Wake up to the sight of mist rising off the water and the trill of redwing blackbirds in the morning stillness. Launch your boat or cast from shore and feel the cool morning air. You will likely have some serenity and solitude, even if you’re at a popular campground.
But hopefully, that calm, tranquil scene will soon be interrupted by a fish dancing on the end of your line.
Camping and fishing go together like graham crackers, Hershey bars and marshmallows. Those marshmallows even make good bait. Just add a worm and you’re ready to go.
Idaho has many campgrounds that are next to prime fishing waters, and they offer a variety of different species and settings, from smallmouth bass fishing in the meandering Snake River lowlands to trout fishing in forest-shrouded mountain lakes.
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Here are some places to consider:
Memorial Day weekend kicks off Idaho’s general stream fishing season; unfortunately, that often coincides with spring runoff that makes river flow high and cold and makes fishing tough. But there are still options.
OF THE BOISE RIVER
The popular stretch of river between Anderson Ranch Dam and Danskin Bridge has been closed to camping since the fall of 2013 when mudslides choked the canyon.
The Forest Service will reopen some of the camping below Anderson Ranch Dam in time for the river’s opening day for fishing May 23. Campers will welcome a return to this popular spot, but some areas will remain closed to camping if hazardous trees are nearby, or a place is in the path of past slides that could slide again.
While the river canyon looked dramatically different after the slides, which also rearranged the river, it still maintains a healthy population of wild rainbow trout, bull trout and whitefish.
Details: There are no fees to camp along the dispersed sites and limited facilities, consisting of a few vault toilets. All spaces are first-come, first-served. There’s no water or trash service.
Getting there: From Mountain Home, go north on U.S. 20 to Anderson Dam Ranch Road. Cross the dam and head downstream.
The Snake is often overlooked as a camping and fishing spot, which is too bad because it’s good for both. Part of the reason it’s not known for camping is because there are few developed campgrounds along the river in Southwest Idaho. That changed in recent with years with one addition and the renovation of another. The river has excellent bass fishing, tons of catfish and other fish.
Idaho Power did a major overhaul of its recreation facilities around Swan Falls Dam south of Kuna. There are dispersed campsites with picnic tables and fire rings. It’s also been cleaned up, and all the boat launches, docks, picnic areas and other facilities have been upgraded.
Details: Camping is free, and all sites are first-come, first-served. There’s no trash service or drinking water.
Getting there: From Kuna, take Swan Falls Road south to the dam. There’s camping upstream and downstream from the dam, and also dispersed sites on BLM land downstream.
This is a fairly new campground near Parma that’s jointly managed by Idaho Fish and Game and Canyon County Parks and Waterways. The campground area encompasses 60 acres and is split into two sections.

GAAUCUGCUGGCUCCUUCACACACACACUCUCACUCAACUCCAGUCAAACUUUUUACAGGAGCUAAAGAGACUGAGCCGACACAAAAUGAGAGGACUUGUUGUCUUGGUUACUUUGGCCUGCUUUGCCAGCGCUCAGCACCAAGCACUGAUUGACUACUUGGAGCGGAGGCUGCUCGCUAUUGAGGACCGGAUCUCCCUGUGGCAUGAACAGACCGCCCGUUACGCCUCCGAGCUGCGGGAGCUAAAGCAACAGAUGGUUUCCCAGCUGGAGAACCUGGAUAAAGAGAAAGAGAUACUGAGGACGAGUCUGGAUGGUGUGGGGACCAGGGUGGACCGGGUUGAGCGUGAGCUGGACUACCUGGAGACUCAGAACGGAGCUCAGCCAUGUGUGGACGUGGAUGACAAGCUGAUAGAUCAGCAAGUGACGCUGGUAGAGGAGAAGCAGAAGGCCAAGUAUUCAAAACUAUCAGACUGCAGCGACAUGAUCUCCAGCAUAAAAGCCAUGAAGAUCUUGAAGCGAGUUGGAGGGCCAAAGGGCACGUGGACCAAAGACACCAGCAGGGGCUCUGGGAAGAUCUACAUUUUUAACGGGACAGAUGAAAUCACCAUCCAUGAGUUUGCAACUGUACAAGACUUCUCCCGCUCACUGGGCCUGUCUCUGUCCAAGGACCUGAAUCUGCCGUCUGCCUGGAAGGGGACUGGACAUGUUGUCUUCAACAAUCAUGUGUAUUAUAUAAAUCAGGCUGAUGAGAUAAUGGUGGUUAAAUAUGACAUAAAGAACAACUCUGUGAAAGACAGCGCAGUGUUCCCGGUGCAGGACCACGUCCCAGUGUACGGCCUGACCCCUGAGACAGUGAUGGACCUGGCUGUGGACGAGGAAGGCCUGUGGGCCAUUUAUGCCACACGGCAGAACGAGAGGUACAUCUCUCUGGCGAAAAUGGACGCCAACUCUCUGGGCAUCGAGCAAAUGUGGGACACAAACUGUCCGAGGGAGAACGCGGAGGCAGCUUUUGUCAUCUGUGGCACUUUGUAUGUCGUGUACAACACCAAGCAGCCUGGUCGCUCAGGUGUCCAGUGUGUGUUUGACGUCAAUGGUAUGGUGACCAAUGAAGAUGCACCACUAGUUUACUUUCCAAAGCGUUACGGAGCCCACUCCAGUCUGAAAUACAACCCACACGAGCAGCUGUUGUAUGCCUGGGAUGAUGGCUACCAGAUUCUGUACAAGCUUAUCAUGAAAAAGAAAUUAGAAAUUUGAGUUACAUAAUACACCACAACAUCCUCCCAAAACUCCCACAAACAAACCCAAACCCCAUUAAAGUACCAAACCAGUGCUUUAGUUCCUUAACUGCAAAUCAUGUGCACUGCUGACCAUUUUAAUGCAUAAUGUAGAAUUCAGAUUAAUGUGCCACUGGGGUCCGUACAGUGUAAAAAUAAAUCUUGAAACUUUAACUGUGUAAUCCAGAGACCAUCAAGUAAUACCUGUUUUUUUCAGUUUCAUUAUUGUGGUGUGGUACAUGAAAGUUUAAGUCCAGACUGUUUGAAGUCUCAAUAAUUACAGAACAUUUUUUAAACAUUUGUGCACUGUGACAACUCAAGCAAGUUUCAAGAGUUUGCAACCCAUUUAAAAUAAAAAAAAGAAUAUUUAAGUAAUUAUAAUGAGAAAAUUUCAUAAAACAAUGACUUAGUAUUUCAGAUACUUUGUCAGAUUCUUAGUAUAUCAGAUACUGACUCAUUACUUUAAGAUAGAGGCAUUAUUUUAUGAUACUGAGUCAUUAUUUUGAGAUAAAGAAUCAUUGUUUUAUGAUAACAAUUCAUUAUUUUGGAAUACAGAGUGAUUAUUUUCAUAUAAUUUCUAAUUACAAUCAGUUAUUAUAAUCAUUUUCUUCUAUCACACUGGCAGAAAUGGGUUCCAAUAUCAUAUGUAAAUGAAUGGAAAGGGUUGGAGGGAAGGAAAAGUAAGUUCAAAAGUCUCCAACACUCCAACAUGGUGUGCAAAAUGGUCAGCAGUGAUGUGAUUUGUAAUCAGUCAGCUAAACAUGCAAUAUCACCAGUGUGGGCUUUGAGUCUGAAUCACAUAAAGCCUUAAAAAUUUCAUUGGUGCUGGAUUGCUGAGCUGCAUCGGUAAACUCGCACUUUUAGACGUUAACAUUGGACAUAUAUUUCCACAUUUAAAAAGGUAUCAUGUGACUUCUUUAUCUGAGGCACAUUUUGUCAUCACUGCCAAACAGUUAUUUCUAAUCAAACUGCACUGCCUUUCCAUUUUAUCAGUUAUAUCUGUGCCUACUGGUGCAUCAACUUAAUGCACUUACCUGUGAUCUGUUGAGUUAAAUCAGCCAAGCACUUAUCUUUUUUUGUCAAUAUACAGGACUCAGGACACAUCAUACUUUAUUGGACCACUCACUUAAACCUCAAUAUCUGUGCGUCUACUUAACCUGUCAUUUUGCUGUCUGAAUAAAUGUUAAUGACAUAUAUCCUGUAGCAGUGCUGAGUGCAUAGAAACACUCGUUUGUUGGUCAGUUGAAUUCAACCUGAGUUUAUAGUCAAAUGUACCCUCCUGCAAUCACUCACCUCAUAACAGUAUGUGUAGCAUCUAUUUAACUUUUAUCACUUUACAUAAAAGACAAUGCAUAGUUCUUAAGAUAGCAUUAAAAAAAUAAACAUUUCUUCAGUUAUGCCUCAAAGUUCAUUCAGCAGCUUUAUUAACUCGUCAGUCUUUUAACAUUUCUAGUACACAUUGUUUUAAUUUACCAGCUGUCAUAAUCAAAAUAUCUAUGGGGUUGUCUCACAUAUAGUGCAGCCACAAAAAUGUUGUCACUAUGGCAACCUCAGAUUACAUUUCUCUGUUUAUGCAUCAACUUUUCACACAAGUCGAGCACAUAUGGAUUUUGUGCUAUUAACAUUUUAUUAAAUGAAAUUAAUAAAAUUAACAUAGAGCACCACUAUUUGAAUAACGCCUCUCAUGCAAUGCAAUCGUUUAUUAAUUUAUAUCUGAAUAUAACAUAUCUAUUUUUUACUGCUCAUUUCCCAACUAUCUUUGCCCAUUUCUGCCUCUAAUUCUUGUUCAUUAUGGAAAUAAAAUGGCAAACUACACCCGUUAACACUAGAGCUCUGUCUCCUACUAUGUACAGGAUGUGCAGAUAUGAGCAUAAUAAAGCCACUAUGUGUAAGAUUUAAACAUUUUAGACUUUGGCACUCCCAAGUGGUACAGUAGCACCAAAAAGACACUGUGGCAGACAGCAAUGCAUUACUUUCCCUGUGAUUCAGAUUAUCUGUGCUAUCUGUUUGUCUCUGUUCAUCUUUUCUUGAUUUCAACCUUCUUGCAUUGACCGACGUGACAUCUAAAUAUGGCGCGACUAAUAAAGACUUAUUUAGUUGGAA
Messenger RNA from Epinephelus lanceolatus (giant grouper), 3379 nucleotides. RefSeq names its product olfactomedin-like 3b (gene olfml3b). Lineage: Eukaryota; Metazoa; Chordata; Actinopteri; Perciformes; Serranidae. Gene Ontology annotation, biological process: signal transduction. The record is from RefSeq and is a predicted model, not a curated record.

The main campground is accessible by vehicles and has paved sites for RVs, as well as grassy tent sites. It has a vault toilets, but no water. This section is off the river, but the river is a short walk away, and there’s a boat launch there.
The other section is walk-in only and has gravel sites for camping, picnic tables and fire rings, but not toilet facilities. Several are located next to the river. The park is near where the Boise River and Oregon’s Owyhee River flow into the Snake River.
Details: There are not fees to camp at Martin Landing, but donations are accepted, which helps maintain the facilities. All sites are first-come, first-served.
Getting there: From Parma, take South Roswell Boulevard and turn onto Hexon Road. Follow Hexon Road to Scott Pitt Road and take it past Olson Road and turn right into the park before the river.
OF THE BOISE RIVER
This river is like Boise’s outback. Despite its close proximity to the Treasure Valley, it has a backcountry feel because you have to take a narrow, windy and washboarded dirt road that goes all the way to Atlanta about 60 miles from Boise.
Details: There are Forest Service campgrounds along the river, including Willow, Badger Creek, Troutdale, Neinmeyer and Queens River, as well as many dispersed camping sites. All Forest Service campgrounds are free. The campgrounds are small and have vault toilets, picnic tables and fire rings.
Getting there: Take Idaho 21 past Lucky Peak and go right on Middle Fork of the Boise River Road.
These are regional destinations that have outstanding developed campgrounds, including flush toilets, showers and Wi-Fi in some cases, boating facilities and RV hookups. They’re a good option for large boats and RVs, but there’s also room for tent campers.
C.J. STRIKE RESERVOIR
This is one of Southwest Idaho’s most popular camping and fishing spots. The large reservoir has two major campgrounds: Cove Recreation Area and Cottonwood Campground. It’s a great place for RVs because you can get inside if it’s windy.
It has a long camping season, great fishing, and some nice campgrounds run by the Bureau of Land Management (Cove Recreation) and Idaho Power (Cottonwood). Both are on the south shore of the Bruneau Arm of the reservoir off Idaho 78. Both campgrounds have boat launches.
There’s more developed camping near the dam, and lots of undeveloped camping on the south side of the reservoir.
There’s also always something biting on the reservoir if you give it a little effort. You can catch bass, perch, crappie, catfish, trout and more.